Oh my goodness yes. I would have to say the transition from the timid tiny little part of me that started to listen to my intuition of making painting a full time priority and being terrified to put myself out there, to actually doing both of those things. There were a few years of major discomfort since both transitions (changing careers, and taking charge of what I feel called to do) happened back to back. But I think each step prepares you for the next. And the second transition of putting my art into the world, happened over two years, so organically, that when I look back, I'm proud, and totally surprised it happened and that people have responded to it at all!
A fun fact that we both share is our career as hair stylist juxtaposed with our artistic practice. I came to my career as a stylist in a-round-about way. What lead you on that path? How did that transition effect your art?
This is kind of a long answer. I came to be a hairstylist because I was at a crossroads in my previous career. I studied Elementary education and fine art in college. After I graduated I ended up getting a job as a preschool director for the same university I went to school at. I loved the creativity of designing curriculum and taught mostly Montessori to about 30, 3-5 year olds. There were so many things I loved about what I was doing, but three things happened. One thing was that, for some reason, I couldn't shake the feeling that I was supposed to move towards something else. Secondly, 2008 and the bad economy. I wasn't able to survive on the smaller income that I was given, and the school couldn't afford to pay me a standard teacher salary. Thirdly, I would have to go back to school to get my Masters in Education if I wanted to keep my teachers license in WA. So I started searching. Looking for doors to open. Pursuing my art career seemed way to muddy to navigate at the time, so I kept painting on the side, but ignored that voice of putting my work out. One thing I always put money away for was, getting my hair done. Even if I had to eat Ramen for the month, hair was "important"! (Maybe a tad vain and irresponsible, but led me where I am now). Whenever I got my hair done at the salon I went to, I always noticed how happy all he stylists were. I was also drawn to its creativity and design element. I started asking my hairstylist questions about the career as a whole. Not only was she one of the owners of the salon but a good friend of mine. As soon as I started asking questions about being a hairstylist, she immediately kept saying, "Do it! Do it!" So... I went back to school and, did it. Now I work at that same salon!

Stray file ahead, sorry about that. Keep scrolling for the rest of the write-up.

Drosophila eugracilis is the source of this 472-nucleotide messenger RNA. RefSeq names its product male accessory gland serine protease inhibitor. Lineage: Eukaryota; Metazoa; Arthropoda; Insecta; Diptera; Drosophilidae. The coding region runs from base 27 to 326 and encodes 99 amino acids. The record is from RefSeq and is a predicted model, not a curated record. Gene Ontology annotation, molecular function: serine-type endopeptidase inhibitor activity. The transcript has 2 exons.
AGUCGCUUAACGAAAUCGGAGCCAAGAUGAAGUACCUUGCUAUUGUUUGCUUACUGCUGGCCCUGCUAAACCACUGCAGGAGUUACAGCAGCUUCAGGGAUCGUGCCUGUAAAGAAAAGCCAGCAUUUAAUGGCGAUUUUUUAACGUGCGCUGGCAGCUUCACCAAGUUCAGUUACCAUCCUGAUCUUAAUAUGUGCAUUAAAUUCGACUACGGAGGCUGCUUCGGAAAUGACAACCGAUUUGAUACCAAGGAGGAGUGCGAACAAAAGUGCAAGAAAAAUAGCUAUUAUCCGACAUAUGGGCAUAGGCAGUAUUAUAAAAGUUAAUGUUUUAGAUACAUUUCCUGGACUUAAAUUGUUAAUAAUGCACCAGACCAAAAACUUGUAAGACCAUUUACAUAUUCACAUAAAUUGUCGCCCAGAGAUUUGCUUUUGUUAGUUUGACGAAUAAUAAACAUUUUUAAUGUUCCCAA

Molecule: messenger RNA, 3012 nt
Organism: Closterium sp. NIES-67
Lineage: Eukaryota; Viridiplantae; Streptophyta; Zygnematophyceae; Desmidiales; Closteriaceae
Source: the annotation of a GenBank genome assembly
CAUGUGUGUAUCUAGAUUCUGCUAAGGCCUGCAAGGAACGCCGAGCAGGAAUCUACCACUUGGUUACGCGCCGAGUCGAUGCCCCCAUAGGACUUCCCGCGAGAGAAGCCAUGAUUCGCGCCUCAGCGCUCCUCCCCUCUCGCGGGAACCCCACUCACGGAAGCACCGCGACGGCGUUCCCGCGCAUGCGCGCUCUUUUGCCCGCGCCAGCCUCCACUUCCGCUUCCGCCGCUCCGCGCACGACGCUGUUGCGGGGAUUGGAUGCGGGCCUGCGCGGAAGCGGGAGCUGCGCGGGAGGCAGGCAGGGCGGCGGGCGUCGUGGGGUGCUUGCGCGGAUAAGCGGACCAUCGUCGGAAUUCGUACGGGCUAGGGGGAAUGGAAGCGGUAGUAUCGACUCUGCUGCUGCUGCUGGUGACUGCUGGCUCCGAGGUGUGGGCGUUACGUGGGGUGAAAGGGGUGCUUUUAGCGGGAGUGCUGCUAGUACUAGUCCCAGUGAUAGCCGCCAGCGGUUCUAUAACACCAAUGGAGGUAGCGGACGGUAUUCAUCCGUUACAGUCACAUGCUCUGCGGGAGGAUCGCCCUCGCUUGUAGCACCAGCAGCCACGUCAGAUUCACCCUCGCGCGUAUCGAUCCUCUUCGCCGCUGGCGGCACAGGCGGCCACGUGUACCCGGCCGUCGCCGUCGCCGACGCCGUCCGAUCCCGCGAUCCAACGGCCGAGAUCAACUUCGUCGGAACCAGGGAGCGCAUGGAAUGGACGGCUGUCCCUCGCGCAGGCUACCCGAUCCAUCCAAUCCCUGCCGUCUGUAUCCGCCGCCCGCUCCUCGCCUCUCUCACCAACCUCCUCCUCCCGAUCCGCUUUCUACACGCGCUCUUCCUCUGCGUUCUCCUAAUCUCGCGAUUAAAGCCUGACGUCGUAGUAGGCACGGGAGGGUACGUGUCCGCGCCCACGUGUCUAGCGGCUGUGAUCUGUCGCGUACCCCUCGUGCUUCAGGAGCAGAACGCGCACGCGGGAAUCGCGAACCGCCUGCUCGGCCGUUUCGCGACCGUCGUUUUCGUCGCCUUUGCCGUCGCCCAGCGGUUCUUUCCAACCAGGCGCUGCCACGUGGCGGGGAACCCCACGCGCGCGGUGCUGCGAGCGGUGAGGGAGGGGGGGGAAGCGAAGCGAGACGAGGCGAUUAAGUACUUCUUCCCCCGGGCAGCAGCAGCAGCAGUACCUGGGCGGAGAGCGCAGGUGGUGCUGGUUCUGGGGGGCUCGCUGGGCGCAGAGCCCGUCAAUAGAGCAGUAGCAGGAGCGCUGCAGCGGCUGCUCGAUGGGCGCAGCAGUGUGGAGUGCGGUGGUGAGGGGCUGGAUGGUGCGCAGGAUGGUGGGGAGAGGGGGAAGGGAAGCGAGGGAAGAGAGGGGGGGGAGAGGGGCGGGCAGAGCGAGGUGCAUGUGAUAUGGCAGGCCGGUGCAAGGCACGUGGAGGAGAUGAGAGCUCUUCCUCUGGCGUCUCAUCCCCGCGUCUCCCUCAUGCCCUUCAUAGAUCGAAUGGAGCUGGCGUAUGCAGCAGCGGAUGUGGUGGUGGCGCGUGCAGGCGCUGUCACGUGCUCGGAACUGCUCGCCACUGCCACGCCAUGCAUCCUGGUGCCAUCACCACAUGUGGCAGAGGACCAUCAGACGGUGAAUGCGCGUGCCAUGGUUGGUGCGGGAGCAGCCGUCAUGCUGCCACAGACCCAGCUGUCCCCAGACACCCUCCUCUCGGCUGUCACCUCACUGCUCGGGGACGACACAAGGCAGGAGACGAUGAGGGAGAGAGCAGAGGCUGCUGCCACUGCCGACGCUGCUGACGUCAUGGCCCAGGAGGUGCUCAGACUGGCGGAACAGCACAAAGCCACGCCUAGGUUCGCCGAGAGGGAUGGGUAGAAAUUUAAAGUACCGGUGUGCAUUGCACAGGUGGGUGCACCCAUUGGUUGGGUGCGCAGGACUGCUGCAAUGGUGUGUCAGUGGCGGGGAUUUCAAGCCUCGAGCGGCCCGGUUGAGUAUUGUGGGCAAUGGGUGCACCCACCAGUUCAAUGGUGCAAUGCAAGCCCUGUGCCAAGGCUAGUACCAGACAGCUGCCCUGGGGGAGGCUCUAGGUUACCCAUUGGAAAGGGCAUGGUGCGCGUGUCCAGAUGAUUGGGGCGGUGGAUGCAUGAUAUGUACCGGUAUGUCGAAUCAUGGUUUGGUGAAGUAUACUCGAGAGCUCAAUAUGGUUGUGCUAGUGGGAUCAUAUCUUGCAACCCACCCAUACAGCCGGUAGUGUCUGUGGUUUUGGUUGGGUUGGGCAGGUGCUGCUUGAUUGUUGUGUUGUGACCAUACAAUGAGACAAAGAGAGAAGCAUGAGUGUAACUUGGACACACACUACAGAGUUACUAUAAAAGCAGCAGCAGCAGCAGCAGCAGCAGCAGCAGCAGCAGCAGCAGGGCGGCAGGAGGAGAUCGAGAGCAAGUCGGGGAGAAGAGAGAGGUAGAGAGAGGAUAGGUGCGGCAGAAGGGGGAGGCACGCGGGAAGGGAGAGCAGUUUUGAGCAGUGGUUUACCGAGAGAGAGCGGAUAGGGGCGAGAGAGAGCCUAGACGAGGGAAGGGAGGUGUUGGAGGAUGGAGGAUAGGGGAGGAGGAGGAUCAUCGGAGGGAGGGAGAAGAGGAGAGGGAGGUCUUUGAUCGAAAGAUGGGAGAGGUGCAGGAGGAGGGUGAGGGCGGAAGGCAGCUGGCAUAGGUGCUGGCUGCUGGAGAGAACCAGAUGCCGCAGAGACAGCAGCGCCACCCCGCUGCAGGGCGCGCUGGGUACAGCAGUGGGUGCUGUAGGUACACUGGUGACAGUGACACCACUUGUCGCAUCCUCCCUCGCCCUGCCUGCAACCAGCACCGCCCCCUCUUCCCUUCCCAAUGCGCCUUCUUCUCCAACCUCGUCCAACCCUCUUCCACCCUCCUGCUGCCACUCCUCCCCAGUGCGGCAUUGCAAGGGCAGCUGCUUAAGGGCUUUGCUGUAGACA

You are currently going through a big transition, building a house, working in a studio space outside your home. Do you feel a bit in limbo at the moment?
I absolutely feel in limbo at the moment! It seems like I'm just at the beginning of finding some sort of momentum in my heart's desire, and I can't fully lean into it. Juggling many important aspects of life all at once. Even though It's mostly all good things, doesn't mean it's easy. But the definition of limbo (for me) implies, that it's temporary. And in the grand scheme of life, this limbo is a gift. There's too much pain in most of the world, that the discomfort of limbo is nothing in comparison.
Do you have any advice on navigating your way through life's transitions? Is there a trick that you have found to make that in between time more manageable and less scary?